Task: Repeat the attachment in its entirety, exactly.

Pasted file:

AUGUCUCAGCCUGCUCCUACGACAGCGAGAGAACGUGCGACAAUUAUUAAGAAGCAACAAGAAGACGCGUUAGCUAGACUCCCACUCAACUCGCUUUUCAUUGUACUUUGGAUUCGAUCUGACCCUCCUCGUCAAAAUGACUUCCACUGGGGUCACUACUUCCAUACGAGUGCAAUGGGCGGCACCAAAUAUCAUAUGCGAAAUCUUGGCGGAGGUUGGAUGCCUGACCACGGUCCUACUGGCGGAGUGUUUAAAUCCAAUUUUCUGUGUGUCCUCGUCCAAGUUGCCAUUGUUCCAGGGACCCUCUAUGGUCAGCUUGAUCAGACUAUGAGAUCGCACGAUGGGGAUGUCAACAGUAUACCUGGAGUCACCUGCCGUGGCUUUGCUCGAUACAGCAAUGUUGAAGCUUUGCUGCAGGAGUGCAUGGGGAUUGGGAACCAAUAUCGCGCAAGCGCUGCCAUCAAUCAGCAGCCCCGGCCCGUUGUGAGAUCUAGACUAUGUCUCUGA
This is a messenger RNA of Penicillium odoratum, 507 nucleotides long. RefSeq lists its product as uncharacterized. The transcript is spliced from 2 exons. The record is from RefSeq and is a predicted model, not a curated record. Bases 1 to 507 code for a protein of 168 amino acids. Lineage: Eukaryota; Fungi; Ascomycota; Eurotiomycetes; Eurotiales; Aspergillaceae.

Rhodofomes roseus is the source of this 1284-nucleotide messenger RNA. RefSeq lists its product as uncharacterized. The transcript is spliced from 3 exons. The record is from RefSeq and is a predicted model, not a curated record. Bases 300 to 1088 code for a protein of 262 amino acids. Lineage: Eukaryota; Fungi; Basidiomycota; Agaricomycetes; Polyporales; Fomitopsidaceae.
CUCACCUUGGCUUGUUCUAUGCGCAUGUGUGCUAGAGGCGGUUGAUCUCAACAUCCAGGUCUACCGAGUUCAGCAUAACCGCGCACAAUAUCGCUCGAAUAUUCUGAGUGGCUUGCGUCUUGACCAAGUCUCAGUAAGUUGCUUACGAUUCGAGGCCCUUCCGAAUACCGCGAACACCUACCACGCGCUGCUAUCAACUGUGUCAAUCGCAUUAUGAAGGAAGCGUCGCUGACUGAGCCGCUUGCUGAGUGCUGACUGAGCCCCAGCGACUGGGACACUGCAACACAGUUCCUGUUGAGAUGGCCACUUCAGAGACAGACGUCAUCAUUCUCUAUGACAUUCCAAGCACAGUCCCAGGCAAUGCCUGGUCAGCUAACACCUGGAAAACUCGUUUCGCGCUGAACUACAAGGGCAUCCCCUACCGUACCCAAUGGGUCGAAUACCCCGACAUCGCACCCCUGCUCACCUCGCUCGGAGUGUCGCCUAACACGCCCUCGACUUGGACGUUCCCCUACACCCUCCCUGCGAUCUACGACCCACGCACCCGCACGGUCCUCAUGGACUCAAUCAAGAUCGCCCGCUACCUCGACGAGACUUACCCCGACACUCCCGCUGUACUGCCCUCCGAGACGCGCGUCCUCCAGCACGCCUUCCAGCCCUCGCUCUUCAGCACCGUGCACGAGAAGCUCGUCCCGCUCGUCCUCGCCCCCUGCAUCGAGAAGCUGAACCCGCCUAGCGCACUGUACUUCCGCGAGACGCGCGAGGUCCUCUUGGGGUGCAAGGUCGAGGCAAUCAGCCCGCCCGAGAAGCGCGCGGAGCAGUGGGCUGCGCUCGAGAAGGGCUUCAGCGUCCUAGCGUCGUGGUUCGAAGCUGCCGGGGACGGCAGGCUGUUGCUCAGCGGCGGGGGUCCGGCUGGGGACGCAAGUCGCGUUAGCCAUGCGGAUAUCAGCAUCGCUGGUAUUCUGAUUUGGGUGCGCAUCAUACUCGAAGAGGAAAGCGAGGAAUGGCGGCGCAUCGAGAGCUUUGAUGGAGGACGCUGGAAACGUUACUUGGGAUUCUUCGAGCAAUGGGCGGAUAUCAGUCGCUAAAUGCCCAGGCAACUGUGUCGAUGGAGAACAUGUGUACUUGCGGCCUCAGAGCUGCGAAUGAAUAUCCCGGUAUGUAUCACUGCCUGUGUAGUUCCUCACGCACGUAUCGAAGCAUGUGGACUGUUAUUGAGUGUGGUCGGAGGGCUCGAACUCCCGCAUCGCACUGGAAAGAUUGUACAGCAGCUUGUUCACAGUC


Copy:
AUGUCUCAGCCUGCUCCUACGACAGCGAGAGAACGUGCGACAAUUAUUAAGAAGCAACAAGAAGACGCGUUAGCUAGACUCCCACUCAACUCGCUUUUCAUUGUACUUUGGAUUCGAUCUGACCCUCCUCGUCAAAAUGACUUCCACUGGGGUCACUACUUCCAUACGAGUGCAAUGGGCGGCACCAAAUAUCAUAUGCGAAAUCUUGGCGGAGGUUGGAUGCCUGACCACGGUCCUACUGGCGGAGUGUUUAAAUCCAAUUUUCUGUGUGUCCUCGUCCAAGUUGCCAUUGUUCCAGGGACCCUCUAUGGUCAGCUUGAUCAGACUAUGAGAUCGCACGAUGGGGAUGUCAACAGUAUACCUGGAGUCACCUGCCGUGGCUUUGCUCGAUACAGCAAUGUUGAAGCUUUGCUGCAGGAGUGCAUGGGGAUUGGGAACCAAUAUCGCGCAAGCGCUGCCAUCAAUCAGCAGCCCCGGCCCGUUGUGAGAUCUAGACUAUGUCUCUGA
This is a messenger RNA of Penicillium odoratum, 507 nucleotides long. RefSeq lists its product as uncharacterized. The transcript is spliced from 2 exons. The record is from RefSeq and is a predicted model, not a curated record. Bases 1 to 507 code for a protein of 168 amino acids. Lineage: Eukaryota; Fungi; Ascomycota; Eurotiomycetes; Eurotiales; Aspergillaceae.

Rhodofomes roseus is the source of this 1284-nucleotide messenger RNA. RefSeq lists its product as uncharacterized. The transcript is spliced from 3 exons. The record is from RefSeq and is a predicted model, not a curated record. Bases 300 to 1088 code for a protein of 262 amino acids. Lineage: Eukaryota; Fungi; Basidiomycota; Agaricomycetes; Polyporales; Fomitopsidaceae.
CUCACCUUGGCUUGUUCUAUGCGCAUGUGUGCUAGAGGCGGUUGAUCUCAACAUCCAGGUCUACCGAGUUCAGCAUAACCGCGCACAAUAUCGCUCGAAUAUUCUGAGUGGCUUGCGUCUUGACCAAGUCUCAGUAAGUUGCUUACGAUUCGAGGCCCUUCCGAAUACCGCGAACACCUACCACGCGCUGCUAUCAACUGUGUCAAUCGCAUUAUGAAGGAAGCGUCGCUGACUGAGCCGCUUGCUGAGUGCUGACUGAGCCCCAGCGACUGGGACACUGCAACACAGUUCCUGUUGAGAUGGCCACUUCAGAGACAGACGUCAUCAUUCUCUAUGACAUUCCAAGCACAGUCCCAGGCAAUGCCUGGUCAGCUAACACCUGGAAAACUCGUUUCGCGCUGAACUACAAGGGCAUCCCCUACCGUACCCAAUGGGUCGAAUACCCCGACAUCGCACCCCUGCUCACCUCGCUCGGAGUGUCGCCUAACACGCCCUCGACUUGGACGUUCCCCUACACCCUCCCUGCGAUCUACGACCCACGCACCCGCACGGUCCUCAUGGACUCAAUCAAGAUCGCCCGCUACCUCGACGAGACUUACCCCGACACUCCCGCUGUACUGCCCUCCGAGACGCGCGUCCUCCAGCACGCCUUCCAGCCCUCGCUCUUCAGCACCGUGCACGAGAAGCUCGUCCCGCUCGUCCUCGCCCCCUGCAUCGAGAAGCUGAACCCGCCUAGCGCACUGUACUUCCGCGAGACGCGCGAGGUCCUCUUGGGGUGCAAGGUCGAGGCAAUCAGCCCGCCCGAGAAGCGCGCGGAGCAGUGGGCUGCGCUCGAGAAGGGCUUCAGCGUCCUAGCGUCGUGGUUCGAAGCUGCCGGGGACGGCAGGCUGUUGCUCAGCGGCGGGGGUCCGGCUGGGGACGCAAGUCGCGUUAGCCAUGCGGAUAUCAGCAUCGCUGGUAUUCUGAUUUGGGUGCGCAUCAUACUCGAAGAGGAAAGCGAGGAAUGGCGGCGCAUCGAGAGCUUUGAUGGAGGACGCUGGAAACGUUACUUGGGAUUCUUCGAGCAAUGGGCGGAUAUCAGUCGCUAAAUGCCCAGGCAACUGUGUCGAUGGAGAACAUGUGUACUUGCGGCCUCAGAGCUGCGAAUGAAUAUCCCGGUAUGUAUCACUGCCUGUGUAGUUCCUCACGCACGUAUCGAAGCAUGUGGACUGUUAUUGAGUGUGGUCGGAGGGCUCGAACUCCCGCAUCGCACUGGAAAGAUUGUACAGCAGCUUGUUCACAGUC